In the South I didn’t encounter a single white person who had ever eaten chitterlings, or pig intestines. “Chittlins? You gotta draw a line somewhere.” I did meet a few blacks who admitted their mamas used to make them, but I didn’t find any enthusiasm for them until I talked to Virginia’s mama. “You got to wash them chittlins good,” she said. “You pour warm water through them, then cold water, then turn them inside out and wash some more. We used to soak em in salt for a day to soften em up, then wash em again and put em in a pot with salt and pepper and two or three pods of red pepper and they gets tender in about an hour. Then we cut em in pieces three or four inches long or tie em in knots and cut where the knot is at. Then we roll em in a little bitty flour and deep-fry em or leave as they is and pour vinegar over em. Then we cook the rice in that chittlin gravy and it get so dry it just fall apart cause I don’t cook no gummy rice.”
If you slaughter your own hogs, there’s no shortage of chittlins. Up North, however, I found that the only way to buy them was in ten-pound frozen blocks, fortunately cleaned. But they still need to be washed thoroughly and turned inside out to remove all particles of fat. The only container big enough in my apartment to hold them was the bathtub, where they defrosted overnight in cold water, then lay in salt water six hours before they were ready for washing and defatting. They looked like a tub of dirty laundry and I cannot deny that my bathtub retained their distinctive odor long after they left tub for pot. Their taste is distinctive as well, chewy and filling, and unlikely to replace potato chips as a national finger food. But for innard lovers like myself, who savor the peculiar textures of tripe or of sausages like andouille made with pig guts, there is a satisfaction to this earthy food as primal as the imitative magic by which you eat guts to get guts.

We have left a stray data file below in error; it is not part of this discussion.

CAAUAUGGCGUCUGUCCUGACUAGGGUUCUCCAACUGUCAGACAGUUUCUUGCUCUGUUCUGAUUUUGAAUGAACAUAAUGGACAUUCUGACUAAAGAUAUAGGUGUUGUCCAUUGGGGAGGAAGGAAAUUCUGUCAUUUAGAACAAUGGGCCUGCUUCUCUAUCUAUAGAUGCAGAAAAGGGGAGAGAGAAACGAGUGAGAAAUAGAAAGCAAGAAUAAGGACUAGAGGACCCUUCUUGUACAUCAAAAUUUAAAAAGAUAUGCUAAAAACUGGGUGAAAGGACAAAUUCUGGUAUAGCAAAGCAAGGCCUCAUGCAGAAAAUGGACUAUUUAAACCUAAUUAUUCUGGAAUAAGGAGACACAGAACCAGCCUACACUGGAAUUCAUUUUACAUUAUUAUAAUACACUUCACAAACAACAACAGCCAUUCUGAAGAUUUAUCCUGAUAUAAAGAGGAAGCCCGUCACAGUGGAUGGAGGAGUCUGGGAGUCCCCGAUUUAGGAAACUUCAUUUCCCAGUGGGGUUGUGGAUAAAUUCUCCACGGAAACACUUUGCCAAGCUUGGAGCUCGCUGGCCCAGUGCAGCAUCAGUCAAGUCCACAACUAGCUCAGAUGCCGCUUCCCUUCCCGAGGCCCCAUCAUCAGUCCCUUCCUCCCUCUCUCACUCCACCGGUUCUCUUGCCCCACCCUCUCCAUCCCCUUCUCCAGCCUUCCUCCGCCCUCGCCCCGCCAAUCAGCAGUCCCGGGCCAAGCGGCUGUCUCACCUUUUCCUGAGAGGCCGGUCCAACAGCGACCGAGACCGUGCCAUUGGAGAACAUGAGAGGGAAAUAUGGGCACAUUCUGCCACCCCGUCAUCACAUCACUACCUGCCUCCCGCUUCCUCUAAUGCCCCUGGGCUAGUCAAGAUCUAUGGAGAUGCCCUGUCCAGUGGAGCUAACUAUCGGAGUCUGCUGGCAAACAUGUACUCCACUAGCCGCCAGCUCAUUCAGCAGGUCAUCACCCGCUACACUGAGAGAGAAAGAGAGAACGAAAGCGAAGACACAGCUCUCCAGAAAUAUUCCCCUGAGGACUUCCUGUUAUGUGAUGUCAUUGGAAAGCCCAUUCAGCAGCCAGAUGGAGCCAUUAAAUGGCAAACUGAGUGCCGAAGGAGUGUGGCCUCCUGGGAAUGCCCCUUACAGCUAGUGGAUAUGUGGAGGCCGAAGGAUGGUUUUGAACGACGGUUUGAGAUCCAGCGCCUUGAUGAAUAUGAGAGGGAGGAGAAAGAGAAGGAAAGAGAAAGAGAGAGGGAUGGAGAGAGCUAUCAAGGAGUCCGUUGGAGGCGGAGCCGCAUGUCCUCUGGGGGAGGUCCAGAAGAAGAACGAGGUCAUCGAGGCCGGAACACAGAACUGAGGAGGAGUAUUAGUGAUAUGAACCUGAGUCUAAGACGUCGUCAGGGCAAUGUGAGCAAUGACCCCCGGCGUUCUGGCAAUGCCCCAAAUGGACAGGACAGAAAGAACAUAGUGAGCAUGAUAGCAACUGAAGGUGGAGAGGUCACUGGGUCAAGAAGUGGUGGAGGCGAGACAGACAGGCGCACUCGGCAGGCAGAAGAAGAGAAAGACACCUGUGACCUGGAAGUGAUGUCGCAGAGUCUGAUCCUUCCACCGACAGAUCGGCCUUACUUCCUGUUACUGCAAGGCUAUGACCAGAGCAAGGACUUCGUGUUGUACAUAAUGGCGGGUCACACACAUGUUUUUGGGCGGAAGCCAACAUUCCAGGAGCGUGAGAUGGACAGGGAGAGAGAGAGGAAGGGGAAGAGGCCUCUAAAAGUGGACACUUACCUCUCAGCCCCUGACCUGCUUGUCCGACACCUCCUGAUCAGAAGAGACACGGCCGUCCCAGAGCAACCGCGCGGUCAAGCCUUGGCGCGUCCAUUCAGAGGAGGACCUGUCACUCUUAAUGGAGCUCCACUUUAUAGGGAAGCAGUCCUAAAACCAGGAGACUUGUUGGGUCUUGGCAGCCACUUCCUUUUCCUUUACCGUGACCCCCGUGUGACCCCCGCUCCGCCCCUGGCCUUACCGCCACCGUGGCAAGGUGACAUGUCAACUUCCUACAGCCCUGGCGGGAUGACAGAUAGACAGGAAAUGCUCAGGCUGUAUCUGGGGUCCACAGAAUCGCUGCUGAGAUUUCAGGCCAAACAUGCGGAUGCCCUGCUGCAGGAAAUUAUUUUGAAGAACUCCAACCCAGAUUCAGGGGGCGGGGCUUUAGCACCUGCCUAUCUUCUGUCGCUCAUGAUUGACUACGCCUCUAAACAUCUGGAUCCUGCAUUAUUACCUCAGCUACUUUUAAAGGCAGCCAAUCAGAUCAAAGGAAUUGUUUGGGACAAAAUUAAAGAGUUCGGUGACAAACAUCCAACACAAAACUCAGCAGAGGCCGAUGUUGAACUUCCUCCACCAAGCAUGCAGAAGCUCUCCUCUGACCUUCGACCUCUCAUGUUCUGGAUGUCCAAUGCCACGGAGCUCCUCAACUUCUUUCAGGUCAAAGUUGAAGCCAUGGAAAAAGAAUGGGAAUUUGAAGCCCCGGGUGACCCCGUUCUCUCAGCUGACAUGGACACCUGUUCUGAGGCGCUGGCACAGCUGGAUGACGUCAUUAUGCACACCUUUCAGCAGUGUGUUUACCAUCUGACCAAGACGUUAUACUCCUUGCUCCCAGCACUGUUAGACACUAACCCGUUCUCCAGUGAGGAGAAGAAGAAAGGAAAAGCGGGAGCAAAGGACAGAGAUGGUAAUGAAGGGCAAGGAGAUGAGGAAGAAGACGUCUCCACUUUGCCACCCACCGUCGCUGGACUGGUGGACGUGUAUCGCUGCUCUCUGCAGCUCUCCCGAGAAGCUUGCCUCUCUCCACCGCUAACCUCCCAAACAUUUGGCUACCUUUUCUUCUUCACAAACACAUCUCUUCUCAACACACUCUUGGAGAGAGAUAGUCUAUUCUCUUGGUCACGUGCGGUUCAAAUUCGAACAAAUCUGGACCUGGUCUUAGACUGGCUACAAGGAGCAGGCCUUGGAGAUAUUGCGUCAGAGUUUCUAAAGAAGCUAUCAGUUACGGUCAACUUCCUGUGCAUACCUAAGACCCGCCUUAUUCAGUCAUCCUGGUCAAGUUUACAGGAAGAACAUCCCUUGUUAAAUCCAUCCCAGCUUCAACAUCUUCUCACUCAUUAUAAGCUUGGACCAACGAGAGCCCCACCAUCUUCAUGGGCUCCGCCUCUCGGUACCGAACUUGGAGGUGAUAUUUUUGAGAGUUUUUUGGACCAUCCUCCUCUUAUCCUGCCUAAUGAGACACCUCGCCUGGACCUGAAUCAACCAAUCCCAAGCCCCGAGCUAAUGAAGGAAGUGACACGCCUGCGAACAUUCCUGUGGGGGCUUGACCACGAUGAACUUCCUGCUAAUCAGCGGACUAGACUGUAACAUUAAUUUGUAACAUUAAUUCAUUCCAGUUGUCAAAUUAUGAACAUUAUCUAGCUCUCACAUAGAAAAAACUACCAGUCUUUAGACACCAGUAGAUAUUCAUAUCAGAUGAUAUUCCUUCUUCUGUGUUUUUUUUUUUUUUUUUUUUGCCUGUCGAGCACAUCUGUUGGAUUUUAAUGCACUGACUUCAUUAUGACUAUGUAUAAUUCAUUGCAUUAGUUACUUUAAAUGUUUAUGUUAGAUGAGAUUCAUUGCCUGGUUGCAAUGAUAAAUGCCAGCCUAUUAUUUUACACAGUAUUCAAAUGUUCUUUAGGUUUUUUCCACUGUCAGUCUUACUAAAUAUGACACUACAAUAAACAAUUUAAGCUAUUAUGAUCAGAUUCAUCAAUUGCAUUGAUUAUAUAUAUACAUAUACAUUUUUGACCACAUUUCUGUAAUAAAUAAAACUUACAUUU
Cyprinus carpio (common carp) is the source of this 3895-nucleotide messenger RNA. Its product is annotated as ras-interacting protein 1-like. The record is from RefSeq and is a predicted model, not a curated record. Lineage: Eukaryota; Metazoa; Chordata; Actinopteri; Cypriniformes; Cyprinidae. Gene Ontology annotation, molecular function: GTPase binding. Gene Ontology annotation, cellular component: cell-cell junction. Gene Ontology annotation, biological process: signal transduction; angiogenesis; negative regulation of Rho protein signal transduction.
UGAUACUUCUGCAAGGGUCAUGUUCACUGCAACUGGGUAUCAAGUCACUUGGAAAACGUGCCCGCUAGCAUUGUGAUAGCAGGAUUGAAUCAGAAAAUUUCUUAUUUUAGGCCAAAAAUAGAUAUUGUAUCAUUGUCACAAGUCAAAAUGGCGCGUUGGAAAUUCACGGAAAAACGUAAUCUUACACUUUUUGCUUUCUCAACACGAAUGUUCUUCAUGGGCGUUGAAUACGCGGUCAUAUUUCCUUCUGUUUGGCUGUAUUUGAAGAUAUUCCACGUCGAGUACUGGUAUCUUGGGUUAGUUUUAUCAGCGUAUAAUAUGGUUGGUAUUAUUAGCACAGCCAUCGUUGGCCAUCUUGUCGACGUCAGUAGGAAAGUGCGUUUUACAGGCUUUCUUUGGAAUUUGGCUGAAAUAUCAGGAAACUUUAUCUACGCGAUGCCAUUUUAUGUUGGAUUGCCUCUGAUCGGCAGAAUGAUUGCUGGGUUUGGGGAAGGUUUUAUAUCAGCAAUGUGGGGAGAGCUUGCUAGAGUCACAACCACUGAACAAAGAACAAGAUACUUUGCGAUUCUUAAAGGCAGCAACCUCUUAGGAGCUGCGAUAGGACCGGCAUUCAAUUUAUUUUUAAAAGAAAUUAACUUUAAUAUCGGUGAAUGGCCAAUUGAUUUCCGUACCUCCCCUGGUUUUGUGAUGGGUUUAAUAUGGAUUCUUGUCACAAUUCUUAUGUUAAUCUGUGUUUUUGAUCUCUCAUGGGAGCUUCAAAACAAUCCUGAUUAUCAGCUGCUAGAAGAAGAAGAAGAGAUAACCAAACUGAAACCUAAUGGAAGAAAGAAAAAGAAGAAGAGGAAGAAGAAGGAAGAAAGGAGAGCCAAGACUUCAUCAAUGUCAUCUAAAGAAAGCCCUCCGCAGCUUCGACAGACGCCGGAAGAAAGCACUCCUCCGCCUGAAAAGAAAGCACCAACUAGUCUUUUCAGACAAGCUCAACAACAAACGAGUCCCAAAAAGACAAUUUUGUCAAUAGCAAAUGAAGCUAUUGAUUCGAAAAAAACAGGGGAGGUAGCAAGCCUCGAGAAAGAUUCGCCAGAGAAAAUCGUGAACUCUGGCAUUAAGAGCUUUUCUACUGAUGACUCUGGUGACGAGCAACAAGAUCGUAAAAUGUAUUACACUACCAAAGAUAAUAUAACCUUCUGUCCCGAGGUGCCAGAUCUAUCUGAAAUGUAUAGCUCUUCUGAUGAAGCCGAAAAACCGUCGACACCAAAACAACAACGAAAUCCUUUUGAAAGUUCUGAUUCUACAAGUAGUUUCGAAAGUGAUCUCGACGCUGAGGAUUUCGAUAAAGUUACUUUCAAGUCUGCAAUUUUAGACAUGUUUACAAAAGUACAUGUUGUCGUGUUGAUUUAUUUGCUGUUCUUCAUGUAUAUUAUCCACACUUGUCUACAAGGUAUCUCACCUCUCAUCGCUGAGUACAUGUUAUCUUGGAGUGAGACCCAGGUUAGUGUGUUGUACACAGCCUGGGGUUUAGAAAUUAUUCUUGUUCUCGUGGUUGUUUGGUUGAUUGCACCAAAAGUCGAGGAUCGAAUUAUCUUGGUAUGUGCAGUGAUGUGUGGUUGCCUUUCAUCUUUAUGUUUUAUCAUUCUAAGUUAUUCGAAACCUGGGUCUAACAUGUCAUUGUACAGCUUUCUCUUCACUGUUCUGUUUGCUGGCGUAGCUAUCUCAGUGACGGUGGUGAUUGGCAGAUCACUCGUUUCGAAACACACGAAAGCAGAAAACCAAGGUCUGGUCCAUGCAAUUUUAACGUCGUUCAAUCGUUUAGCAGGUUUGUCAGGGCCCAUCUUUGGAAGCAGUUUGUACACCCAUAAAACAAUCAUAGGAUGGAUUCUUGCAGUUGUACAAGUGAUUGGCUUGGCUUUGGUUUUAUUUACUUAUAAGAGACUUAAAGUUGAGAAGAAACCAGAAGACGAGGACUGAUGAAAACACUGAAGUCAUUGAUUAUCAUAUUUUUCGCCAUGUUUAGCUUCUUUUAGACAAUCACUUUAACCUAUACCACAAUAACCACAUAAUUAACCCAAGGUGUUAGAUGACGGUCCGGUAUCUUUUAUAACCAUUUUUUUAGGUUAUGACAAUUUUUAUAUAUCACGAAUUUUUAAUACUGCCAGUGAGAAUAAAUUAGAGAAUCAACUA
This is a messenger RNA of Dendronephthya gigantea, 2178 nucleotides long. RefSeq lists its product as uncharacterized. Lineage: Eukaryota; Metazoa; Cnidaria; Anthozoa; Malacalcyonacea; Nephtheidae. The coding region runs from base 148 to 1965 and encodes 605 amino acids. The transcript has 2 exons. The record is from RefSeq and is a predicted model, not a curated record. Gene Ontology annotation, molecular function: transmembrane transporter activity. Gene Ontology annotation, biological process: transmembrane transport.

Ten pounds, however, is a heap of chittlins. Once you have thawed, cleaned, and stewed them, freeze half of them for later use. Five pounds at a time will go a long way.
In a large container, cover chitterlings with cold water and defrost overnight. Clean them under running water and remove all fat particles. Return them to the container and pour in the salt. Cover again with cold water and let sit for 6 hours to soften them. Wash well to remove the brine.
Put chitterlings in a pot for cooking with
Pour 6 cups of the pot liquid into a smaller container for the rice, add the rice, bring to a simmer, stir once, cover pot tightly, and steam 15 minutes. Serve on a platter surrounded by half the chitterlings and pass a bowl of chopped onions along with it.
© 1986 Betty Fussell. All rights reserved.